Data is a foundational concept in commerce. It is arguably the most critical topic related to success. This blog series covers the different types of data that exist, the importance of data quality and ways data is prepared and transferred in e-commerce today — so you can make appropriate plans or changes to your relationship with data to build a greater chance of success. (Read Part I.)
Consumers and business owners alike need to know and understand the impact data can have on our lives and the transactions we are involved in. By breaking the ubiquitous term “data” down into two larger types, we can evaluate the impact on each party.
Today’s blog post will more clearly define the different types of data that exist in the context of e-commerce, primarily from the point of view of the merchant and business owner.
Data Type #1: Consumer Data
In the general discussion of data, ”consumer data” refers to the data, content, or information a consumer voluntarily provides in almost any transaction with another entity. This can come in the form of data delivered from consumer to service organization — think about the data we give up when we search Google, use Waze, watch videos on YouTube, or interact with our iPhone. Massive amounts of personal/consumer data is communicated to these services, much of it unbeknownst to the consumer. This can lead to serious privacy concerns. This data concept is the easiest to understand — we are all consumers, and the majority of those of us in developed countries are online consumers, readily sharing our data to make purchases.
Data in the context of e-commerce is typically part of an intentional transaction. The data that is shared is not only planned, but explicit, and there is a clear purpose for its existence. When a consumer buys a product from a seller, they turn over relevant data such as names, addresses, phone numbers, zip codes, company names, and email addresses. These data elements are relevant to the transaction to ensure the buyer receives the item/service purchased. In the world of e-commerce, this data can be very valuable to your business. It can inform your marketing plans and product stock levels at specific distribution centers, and it can potentially evaluate demand based on the time of year, season, or other related trends.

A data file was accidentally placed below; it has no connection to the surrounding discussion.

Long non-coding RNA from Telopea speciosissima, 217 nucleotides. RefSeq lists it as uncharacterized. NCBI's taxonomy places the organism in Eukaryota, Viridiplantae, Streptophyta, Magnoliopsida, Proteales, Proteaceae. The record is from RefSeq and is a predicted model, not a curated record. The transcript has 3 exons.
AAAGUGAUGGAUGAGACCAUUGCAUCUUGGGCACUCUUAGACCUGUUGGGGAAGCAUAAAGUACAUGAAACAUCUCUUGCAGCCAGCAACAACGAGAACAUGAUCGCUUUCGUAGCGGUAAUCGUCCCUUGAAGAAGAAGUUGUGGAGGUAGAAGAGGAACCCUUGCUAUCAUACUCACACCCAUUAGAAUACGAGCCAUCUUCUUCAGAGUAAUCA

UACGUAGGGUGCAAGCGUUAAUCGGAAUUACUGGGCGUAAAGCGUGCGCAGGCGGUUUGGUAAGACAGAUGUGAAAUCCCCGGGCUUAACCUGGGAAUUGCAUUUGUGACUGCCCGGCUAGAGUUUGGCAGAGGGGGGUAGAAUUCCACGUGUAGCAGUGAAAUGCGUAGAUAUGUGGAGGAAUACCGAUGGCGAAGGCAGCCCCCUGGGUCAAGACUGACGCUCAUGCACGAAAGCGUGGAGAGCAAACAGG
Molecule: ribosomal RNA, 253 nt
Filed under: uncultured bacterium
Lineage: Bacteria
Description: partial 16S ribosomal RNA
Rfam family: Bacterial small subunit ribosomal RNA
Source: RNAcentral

In addition, there are order-specific data points (which tie into the specific consumer purchasing) relevant to your integration to Rithum and various channels, including, but not limited to: Order Dates, Site Order IDs, quantity ordered, SKU(s) ordered, requested speed of fulfillment, price paid for an item, shipping paid, etc.
Rithum provides many reports around transactional data to help you analyze this kind of data, and in some cases for these reports, we will do the analysis for you.
Data Type #2: Product Data
Product data is the most important subtopic of this post, and we aim to build on this concept even further during this blog series. By definition, product data is the data that often defines the descriptive qualities of the product, as well as its business-specific aspects: titles, descriptions, attributes, cost, sales price, available quantity, association to specific distribution centers, etc.
This data is made available to Rithum directly by sellers and indirectly by suppliers on behalf of sellers. We sometimes find that sellers take this data for granted — either by accepting poor data quality from the source, or not paying attention to the lack of data provided in general, falling short of the basic requirements for a channel. When you have the option to connect to and optimize your business by listing products to a large number of channels, you quickly find that more detailed, descriptive, and segregated product data is more efficiently transformed to meet the varied data requirements of multiple channels to which you end up connecting.
Consider your stock levels and selling prices on products, and product-level descriptive data (e.g., sizes, colors, materials, how it’s packaged). Success in selling relies heavily on the accuracy of these kinds of data points. As a consumer, if I am making a decision on which pair of shoes to purchase, I need to be sure that when I look at a listing (a collection of data) and select a size (more data) and color (more data) for the purchase, that I will ultimately receive the size and color desired. Then, after purchase, the data available from the channel (usually via email), and my credit card company will give me verification the transaction succeeded, and the amount charged (again, more data) should align with the transaction that occurred on the channel (more data).
As a seller, there is a bigger picture — information and knowledge data — available from the raw data. What is your revenue for a given day? What is your sales velocity on a particular product or set of products? Resulting numbers over a time period for revenue and sales velocity can be turned around into information and knowledge that you as the seller can act on.
Ultimately, the quality of this product data can make or break a product listing (literally). Or at the very least, it can lead to, or detract from, potential sales. Rithum provides tools to help transform the data to meet the requirements of the different marketplaces, but starting on solid footing with higher-quality and more accurate data can make all the difference in your ability to logically transform it. The process of product data preparation and transformation takes a lot of work for the channels, but in the long run we find it is worth the time and effort. It not only benefits you via Rithum, but through any other platform to which you are delivering this data, including your own website.
In part three of this series, we’ll discuss in more detail the challenges associated with poor data and some of the approaches you can make to address inconsistent data.